Excerpt from today's ProMED bulletin from the International Society of Infectious Diseases.
Vaccine hesitancy is a global problem: coverage for many of the vaccines recommended for adolescents and adults in the US is low. While vaccine adherence rates for children in developed countries are typically above 90%, data suggest that nearly 12% of parents in the US are refusing and 30% delaying one or more of the recommended childhood vaccines. There appears to be decreasing confidence in immunization worldwide.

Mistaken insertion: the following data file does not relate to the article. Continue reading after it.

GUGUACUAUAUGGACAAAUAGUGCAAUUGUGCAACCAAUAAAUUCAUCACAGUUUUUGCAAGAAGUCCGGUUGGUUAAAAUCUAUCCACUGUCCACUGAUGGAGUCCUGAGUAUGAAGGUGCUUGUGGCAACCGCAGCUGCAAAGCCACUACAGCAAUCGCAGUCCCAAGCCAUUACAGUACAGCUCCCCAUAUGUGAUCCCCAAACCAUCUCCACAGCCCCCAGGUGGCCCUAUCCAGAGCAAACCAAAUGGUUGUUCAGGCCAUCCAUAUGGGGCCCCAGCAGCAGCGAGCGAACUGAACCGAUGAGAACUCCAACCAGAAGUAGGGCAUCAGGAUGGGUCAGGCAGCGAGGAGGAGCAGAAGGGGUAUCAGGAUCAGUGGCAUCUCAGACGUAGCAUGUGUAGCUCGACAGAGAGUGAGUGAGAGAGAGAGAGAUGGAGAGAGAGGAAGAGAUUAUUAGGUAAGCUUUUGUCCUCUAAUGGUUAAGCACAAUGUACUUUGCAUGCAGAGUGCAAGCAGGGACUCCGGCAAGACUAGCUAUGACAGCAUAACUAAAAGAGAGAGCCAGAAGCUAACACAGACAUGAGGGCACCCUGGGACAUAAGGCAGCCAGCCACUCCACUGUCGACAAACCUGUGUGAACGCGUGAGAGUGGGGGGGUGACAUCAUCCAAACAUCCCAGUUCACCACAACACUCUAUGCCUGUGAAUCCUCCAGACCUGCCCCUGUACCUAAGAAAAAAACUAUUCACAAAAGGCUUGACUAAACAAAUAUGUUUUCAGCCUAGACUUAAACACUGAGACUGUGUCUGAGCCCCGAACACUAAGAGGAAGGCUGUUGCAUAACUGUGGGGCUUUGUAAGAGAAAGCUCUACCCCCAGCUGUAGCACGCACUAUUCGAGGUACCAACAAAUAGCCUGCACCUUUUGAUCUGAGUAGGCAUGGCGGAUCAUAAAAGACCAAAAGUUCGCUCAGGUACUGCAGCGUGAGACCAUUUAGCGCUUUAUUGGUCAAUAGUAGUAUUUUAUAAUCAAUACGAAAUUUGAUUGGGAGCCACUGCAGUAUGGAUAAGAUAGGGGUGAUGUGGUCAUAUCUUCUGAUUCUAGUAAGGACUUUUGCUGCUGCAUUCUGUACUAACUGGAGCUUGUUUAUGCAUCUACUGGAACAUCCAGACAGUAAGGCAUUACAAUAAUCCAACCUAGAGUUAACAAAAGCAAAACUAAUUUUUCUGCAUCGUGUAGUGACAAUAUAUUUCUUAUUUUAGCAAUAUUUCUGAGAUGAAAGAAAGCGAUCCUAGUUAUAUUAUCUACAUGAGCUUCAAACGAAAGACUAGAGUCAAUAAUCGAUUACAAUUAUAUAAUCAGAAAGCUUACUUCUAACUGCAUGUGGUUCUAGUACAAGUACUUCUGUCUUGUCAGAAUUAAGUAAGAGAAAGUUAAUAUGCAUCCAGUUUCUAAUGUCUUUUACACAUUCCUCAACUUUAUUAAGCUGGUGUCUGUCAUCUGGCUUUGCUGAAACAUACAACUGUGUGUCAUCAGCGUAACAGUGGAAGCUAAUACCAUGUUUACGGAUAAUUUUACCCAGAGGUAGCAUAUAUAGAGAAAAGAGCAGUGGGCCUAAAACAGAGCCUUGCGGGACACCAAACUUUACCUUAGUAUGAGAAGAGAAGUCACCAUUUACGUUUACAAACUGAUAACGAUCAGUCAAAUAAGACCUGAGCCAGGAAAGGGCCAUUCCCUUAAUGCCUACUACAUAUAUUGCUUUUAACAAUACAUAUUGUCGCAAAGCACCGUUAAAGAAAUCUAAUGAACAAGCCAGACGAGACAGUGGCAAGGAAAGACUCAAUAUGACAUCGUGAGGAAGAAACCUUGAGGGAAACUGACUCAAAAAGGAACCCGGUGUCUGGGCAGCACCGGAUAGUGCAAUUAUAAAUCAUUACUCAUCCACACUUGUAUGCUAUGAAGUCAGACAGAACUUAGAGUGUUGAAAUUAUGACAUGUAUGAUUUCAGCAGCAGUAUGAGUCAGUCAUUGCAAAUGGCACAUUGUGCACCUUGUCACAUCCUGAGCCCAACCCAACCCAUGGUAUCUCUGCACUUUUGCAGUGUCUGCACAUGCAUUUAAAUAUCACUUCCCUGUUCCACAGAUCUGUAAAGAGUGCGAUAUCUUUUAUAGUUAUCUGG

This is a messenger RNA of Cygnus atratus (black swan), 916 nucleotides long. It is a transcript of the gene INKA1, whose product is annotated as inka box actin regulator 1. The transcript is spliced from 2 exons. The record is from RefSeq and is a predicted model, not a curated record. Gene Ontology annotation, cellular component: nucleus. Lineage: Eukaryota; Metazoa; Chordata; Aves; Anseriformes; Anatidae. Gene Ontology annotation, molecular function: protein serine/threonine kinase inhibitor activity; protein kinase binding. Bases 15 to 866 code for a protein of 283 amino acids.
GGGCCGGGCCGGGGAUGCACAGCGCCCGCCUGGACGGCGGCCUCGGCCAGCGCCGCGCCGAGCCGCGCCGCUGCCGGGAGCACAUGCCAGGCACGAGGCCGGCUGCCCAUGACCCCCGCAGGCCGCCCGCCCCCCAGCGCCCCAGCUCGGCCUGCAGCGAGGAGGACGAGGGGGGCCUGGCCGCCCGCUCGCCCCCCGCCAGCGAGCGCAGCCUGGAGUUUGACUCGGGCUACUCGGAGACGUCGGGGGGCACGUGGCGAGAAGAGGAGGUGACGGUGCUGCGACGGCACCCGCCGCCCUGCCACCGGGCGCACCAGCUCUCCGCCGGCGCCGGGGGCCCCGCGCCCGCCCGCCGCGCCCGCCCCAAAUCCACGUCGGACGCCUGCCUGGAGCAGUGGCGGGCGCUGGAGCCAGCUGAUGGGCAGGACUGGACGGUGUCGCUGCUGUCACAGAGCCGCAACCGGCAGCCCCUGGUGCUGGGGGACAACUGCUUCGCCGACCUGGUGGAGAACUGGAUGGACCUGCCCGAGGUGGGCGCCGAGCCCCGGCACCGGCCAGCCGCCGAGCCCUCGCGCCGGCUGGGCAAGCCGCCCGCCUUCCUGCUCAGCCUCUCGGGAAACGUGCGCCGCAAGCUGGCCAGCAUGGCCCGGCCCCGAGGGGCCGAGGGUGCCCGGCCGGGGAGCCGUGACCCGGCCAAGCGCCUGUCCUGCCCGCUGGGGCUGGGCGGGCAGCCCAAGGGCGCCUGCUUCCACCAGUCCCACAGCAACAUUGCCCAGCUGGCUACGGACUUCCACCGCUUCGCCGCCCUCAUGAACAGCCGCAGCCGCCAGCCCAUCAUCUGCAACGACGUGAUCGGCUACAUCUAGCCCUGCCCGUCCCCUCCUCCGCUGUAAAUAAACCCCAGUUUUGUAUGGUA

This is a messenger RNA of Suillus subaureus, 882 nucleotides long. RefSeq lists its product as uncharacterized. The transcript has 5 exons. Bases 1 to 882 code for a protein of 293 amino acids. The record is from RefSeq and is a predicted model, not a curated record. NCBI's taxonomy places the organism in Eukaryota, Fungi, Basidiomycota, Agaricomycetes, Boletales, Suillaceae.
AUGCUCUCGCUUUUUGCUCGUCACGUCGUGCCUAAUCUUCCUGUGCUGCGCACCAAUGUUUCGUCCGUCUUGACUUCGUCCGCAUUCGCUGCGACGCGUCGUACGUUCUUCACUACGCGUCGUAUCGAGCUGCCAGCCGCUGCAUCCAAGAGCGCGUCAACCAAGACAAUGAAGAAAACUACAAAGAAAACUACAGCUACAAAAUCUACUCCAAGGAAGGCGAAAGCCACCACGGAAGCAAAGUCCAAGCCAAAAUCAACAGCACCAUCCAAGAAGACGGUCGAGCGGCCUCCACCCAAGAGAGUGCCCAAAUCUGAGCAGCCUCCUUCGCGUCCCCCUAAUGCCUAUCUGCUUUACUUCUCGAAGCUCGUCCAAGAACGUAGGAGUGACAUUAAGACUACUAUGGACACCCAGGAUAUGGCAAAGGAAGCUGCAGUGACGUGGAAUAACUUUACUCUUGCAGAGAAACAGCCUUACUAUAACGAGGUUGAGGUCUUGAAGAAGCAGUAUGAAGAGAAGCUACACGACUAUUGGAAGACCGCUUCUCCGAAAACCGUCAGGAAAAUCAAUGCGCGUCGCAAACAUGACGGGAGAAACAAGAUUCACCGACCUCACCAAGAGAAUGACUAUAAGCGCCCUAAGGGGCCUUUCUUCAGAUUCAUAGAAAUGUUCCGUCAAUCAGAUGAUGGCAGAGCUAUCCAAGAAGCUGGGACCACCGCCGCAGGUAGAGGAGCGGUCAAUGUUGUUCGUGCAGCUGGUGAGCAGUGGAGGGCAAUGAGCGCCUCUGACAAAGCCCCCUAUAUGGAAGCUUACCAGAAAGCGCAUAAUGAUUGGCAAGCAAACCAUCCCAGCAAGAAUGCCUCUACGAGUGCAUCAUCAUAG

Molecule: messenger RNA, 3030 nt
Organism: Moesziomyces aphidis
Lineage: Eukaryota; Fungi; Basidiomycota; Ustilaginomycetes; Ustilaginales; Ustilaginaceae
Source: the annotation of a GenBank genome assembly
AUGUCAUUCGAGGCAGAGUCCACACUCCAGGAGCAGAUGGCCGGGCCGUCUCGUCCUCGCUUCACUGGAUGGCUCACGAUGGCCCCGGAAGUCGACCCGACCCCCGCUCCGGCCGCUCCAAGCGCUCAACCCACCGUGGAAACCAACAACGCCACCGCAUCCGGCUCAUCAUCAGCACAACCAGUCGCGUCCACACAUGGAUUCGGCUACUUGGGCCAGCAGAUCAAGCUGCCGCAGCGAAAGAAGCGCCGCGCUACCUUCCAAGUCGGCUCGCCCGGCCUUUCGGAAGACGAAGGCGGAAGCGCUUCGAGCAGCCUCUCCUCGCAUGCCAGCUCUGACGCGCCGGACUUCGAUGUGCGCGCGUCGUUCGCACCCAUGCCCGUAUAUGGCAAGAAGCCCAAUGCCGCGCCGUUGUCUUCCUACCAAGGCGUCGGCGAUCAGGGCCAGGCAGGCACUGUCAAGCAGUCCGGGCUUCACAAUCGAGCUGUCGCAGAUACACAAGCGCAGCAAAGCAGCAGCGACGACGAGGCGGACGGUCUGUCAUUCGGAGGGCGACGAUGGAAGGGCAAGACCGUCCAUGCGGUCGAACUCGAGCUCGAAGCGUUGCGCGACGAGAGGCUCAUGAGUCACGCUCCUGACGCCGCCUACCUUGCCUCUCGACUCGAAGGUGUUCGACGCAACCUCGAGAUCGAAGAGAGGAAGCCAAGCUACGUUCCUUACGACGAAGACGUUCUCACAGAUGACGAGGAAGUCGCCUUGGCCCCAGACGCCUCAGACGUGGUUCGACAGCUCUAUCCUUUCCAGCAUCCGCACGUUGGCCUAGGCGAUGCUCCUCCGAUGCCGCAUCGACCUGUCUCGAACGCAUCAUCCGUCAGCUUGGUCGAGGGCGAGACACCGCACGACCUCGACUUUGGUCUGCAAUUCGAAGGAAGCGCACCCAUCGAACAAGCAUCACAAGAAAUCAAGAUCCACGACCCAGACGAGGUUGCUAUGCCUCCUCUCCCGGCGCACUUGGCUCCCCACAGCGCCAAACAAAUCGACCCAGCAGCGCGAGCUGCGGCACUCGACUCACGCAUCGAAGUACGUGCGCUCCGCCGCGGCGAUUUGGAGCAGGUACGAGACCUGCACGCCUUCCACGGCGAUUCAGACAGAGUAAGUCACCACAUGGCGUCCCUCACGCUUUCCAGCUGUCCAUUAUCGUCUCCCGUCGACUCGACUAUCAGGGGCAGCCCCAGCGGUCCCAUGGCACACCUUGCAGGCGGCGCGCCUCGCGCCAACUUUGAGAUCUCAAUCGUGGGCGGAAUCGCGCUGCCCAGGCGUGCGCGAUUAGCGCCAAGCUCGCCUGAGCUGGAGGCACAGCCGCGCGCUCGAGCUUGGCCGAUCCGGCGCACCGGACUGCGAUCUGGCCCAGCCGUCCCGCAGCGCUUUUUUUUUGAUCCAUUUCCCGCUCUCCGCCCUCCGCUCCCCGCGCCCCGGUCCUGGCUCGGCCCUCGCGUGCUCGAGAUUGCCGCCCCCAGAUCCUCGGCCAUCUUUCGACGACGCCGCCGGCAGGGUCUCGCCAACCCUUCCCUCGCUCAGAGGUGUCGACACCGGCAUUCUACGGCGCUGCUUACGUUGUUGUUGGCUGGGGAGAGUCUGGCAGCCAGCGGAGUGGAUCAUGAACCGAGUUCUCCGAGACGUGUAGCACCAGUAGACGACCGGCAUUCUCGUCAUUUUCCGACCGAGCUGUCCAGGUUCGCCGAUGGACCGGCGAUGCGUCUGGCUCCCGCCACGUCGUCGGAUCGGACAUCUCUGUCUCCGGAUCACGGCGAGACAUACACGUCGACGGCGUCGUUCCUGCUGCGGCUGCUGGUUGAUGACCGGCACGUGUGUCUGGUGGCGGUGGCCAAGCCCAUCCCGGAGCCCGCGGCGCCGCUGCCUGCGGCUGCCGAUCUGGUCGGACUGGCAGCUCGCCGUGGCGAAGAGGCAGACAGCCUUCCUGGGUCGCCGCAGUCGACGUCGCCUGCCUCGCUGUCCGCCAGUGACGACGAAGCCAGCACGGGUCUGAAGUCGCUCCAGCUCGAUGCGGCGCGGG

In 1988, the WHO launched the Global Polio Eradication Initiative with the goal of ending the disease by the year 2000. In 1996, Nelson Mandela launched “Kick Polio Out of Africa” that aimed to vaccinate 50 million children that year alone. Mass immunization drives included national immunization days, acute flaccid paralysis surveillance, training of local community health workers, and door-to-door campaigns. By 2003, however, a plan to immunize more than 15 million children in west and central Africa against polio was hobbled by a boycott in northern Nigeria that ultimately led to a resurgence of polio, not just in Nigeria, but globally. (You can find contemporaneous reports and links at ProMED Archive Number: 20040630.1742.)